Passing a bill through Congress is not enough — passengers need delayed checked-bag-fee refund rules from DOT, too.
Most Americans don’t realize that getting a bill passed through Congress (already a major accomplishment) is not enough. The executive department responsible for writing the regulations defining the legislation still must do its part before the laws can be enforced. Consumers still do not have delayed checked-bag-fee refund rules from DOT.
The Department of Transportation has been asleep at the switch. First, they did nothing during the last six months of the Obama administration about delayed checked-bag-fee refund rules from DOT. The Trump administration was AWOL for its entire administration. And now, despite dozens of letters from consumer advocates and congressmen, the Biden administration had done nothing. A notice of proposed rulemaking was issued a year ago, but nothing concrete has happened. Consumers and airline passengers are waiting and waiting.
Passengers are tired of being charged fees for services that are not rendered. Where is DOT?
The FAA Extension, Safety, and Security Act passed Congress and was signed into law in July 2016 — consumer provisions have been ignored.
This law gave the Department of Transportation (DOT) one year to develop rules requiring fee refunds for delayed luggage. Specifically, the law required DOT to adopt rules requiring the airlines to issue prompt baggage fee refunds when checked luggage is not delivered within 12 hours after the arrival of a domestic flight or 15 hours after the arrival of an international flight. Travelers United responded to the rulemaking petition saying that bags should be delivered to passengers upon arrival at the destination airport. There should be no grace periods.
By statute, the DOT was required to take final action on both of these regulations no later than one year after enactment of the bill – or July 16, 2017. Unfortunately, DOT did not finalize a regulation by the deadline.
Today, we have one of the strongest summer travel seasons with no new late-baggage rules after more than two years of bureaucratic dithering.
We are approaching the 2024 summer travel season and each further day of delay causes substantial consumer harm. IdeaWorks statistics, the top consultancy on airline ancillary revenues, has just completed a study of 2023 worldwide baggage fees. The 20 top carriers collected almost $33.3 billion in ancillary baggage fees. This works out to almost one-million dollars in refunds that US consumers are not receiving every day this rule is delayed. These figures do not include other costs to passengers by not having their belongings arrive with their flight. This amount of baggage fees collected has increased every year since 2019.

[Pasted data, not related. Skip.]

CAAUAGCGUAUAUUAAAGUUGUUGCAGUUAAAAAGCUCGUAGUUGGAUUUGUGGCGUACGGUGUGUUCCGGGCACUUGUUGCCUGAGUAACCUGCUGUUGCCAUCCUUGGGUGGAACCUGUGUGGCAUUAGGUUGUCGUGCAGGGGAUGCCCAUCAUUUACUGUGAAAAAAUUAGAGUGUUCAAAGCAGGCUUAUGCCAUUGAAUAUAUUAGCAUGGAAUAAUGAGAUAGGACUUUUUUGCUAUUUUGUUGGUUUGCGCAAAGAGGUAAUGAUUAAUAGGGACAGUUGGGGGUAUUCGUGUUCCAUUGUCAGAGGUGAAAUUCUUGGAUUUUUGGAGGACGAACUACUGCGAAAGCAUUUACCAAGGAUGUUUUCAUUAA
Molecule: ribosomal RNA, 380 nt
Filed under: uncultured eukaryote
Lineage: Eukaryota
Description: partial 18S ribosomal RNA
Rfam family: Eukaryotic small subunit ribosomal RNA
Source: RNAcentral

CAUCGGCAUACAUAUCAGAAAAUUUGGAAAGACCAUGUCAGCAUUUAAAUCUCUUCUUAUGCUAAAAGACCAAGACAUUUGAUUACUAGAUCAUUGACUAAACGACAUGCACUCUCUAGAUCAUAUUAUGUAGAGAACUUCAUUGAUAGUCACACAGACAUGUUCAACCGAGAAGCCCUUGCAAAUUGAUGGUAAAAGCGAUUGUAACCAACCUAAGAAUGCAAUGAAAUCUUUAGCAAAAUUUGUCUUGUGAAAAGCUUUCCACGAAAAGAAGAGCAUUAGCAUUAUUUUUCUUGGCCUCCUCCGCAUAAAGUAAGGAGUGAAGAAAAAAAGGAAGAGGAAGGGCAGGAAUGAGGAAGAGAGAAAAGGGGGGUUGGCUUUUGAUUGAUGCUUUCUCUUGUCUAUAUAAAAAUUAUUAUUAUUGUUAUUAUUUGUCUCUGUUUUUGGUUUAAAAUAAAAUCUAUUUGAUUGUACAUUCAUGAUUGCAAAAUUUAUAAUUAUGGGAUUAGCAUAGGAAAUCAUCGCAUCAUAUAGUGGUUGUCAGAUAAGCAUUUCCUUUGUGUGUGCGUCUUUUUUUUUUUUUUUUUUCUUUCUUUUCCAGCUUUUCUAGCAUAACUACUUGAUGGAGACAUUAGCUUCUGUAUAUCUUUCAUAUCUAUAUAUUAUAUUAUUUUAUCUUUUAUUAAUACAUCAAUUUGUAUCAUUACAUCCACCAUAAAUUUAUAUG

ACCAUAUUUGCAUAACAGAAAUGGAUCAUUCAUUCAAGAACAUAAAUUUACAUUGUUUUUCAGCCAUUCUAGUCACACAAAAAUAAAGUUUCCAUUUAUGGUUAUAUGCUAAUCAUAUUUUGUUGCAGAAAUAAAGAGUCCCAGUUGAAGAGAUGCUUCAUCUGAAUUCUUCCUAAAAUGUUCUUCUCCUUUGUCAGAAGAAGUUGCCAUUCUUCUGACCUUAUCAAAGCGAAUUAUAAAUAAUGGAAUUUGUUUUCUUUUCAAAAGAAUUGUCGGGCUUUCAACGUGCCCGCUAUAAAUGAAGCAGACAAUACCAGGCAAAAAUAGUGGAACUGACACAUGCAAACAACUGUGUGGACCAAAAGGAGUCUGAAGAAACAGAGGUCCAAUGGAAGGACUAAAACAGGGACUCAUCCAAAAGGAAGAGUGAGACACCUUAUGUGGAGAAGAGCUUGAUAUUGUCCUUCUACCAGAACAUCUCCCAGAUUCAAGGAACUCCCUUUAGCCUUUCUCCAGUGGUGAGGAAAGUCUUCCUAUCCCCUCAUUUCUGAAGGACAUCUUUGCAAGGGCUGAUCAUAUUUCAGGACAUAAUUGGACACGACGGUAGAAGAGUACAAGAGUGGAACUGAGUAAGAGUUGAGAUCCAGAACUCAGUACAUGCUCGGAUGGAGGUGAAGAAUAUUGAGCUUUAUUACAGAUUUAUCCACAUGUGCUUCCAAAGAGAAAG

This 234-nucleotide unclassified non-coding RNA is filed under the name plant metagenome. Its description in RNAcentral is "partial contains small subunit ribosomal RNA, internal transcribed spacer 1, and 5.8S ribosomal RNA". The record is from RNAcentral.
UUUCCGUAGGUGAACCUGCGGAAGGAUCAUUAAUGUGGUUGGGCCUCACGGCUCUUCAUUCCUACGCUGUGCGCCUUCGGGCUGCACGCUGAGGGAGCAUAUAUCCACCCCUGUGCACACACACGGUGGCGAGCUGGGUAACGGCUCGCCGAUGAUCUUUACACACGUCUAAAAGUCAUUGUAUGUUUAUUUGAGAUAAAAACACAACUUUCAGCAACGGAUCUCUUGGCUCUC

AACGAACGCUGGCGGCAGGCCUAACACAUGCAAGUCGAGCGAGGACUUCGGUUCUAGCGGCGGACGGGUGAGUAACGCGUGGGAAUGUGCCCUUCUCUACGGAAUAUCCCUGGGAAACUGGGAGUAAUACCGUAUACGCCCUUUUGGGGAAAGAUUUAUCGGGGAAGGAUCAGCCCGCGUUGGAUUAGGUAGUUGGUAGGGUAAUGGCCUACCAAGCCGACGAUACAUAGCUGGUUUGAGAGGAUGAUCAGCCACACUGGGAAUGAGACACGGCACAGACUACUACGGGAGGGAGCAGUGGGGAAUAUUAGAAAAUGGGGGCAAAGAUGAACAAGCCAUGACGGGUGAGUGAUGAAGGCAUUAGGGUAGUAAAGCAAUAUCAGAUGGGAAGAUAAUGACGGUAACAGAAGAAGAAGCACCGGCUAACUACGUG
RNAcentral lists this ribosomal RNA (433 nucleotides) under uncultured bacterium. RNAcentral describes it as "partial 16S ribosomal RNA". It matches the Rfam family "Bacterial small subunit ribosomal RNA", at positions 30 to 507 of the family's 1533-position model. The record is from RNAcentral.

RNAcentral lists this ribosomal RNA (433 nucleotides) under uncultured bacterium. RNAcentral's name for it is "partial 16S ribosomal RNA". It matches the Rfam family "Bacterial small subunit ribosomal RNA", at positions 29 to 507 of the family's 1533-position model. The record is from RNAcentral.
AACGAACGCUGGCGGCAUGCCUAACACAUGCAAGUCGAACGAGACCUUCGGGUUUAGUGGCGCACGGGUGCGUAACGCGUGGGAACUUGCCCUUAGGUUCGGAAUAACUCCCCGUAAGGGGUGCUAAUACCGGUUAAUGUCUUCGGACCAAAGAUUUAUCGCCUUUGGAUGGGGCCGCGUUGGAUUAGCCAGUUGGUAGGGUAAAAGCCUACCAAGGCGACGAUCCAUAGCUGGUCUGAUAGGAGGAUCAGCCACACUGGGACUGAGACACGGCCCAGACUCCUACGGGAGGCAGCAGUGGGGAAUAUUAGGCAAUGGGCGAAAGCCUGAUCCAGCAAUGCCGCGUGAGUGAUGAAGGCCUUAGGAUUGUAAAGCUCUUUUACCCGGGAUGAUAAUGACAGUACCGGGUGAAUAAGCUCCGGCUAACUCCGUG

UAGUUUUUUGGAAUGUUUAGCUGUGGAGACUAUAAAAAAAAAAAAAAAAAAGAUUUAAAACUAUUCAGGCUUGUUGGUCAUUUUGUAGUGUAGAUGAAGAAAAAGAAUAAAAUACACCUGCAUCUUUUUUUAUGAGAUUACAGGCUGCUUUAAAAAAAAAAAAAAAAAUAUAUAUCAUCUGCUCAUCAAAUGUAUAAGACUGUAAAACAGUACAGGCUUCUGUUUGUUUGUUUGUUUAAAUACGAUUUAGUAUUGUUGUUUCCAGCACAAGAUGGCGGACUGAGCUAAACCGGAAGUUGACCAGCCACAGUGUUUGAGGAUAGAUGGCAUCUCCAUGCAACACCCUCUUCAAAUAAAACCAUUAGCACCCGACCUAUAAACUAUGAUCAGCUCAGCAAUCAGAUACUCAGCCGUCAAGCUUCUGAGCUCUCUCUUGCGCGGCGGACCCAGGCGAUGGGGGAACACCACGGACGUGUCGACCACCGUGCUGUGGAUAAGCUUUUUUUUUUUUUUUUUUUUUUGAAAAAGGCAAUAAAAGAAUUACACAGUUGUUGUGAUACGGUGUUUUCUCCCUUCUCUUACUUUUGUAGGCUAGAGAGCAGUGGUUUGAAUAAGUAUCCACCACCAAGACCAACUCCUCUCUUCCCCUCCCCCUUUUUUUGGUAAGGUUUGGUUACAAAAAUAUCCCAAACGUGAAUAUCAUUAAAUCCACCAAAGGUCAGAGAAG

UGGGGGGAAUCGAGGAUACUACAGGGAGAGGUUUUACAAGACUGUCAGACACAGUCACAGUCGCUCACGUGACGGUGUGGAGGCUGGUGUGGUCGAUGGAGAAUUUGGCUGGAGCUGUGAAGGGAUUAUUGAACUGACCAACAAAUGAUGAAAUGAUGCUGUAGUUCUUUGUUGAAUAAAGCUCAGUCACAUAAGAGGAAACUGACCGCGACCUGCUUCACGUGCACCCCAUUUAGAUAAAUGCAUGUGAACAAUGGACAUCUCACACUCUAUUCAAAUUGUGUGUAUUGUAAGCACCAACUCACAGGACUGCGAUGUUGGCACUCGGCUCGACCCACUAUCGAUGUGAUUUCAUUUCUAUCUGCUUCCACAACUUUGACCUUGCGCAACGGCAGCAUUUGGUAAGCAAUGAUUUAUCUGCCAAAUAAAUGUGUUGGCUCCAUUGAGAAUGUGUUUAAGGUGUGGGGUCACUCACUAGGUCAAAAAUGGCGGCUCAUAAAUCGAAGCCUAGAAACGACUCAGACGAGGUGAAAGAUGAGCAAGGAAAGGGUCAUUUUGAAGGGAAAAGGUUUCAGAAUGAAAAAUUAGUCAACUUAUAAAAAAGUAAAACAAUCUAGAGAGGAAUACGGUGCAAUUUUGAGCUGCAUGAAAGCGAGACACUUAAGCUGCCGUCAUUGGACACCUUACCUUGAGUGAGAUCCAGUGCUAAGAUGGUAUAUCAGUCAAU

Until rules are written, airlines keep all fees even when not providing the service for which they are paid. DOT should be ashamed.
Because of the meltdown of the aviation system, checked-bag-fee refund rules are now raising Senate ire and public and media discussion. Finally, there may be some real action from our congressmen and DOT. The international aviation system allows airlines to abuse passengers and keep monies collected.
Congress passed a law requiring airlines to issue prompt fee refunds for delayed bags. Then, Sen. Bill Nelson (D-FL) asked to know why it was taking so long for the administration to act. In that letter, Sen. Nelson asked DOT to act. That was 2017.
In July 2021, DOT issued a rulemaking regarding changing the regulations around delayed checked-bag-fee refund rules. That is about the last time that Congress has mentioned this part of consumer protections included in the 2016 FAA Bill. Now, it has been another year, and consumers are still waiting for regulations. Airlines must refund checked-bag-fees paid for no customer service. Airlines should be accountable for their actions.
Today, a year after the NPRM was issued to deal with delayed checked-bag-fee refund rules from DOT, Travelers United echoes Sen. Nelson’s (D-FL) question. Where are the regulations required to be instituted six years ago? Why is DOT still dragging its feet?
Today’s DOT Delayed Baggage Rule (from DOT website)
- Airlines are required to compensate passengers for reasonable, verifiable, and actual incidental expenses that they may incur while their bags are delayed – subject to the maximum liability limits, ($3,800). SAVE YOUR RECEIPTS.
- Airlines are not allowed to set an arbitrary daily amount for interim expenses. For example, an airline cannot have a policy that they will reimburse a passenger up to only $50 for each day that a passenger’s bag is delayed.
Charlie Leocha is the President of Travelers United. He has been working in Washington, DC, for the past 14 years with Congress, the Department of Transportation, and industry stakeholders on travel issues. He was the first consumer representative to the Advisory Committee for Aviation Consumer Protections appointed by the Secretary of Transportation from 2012 through 2018.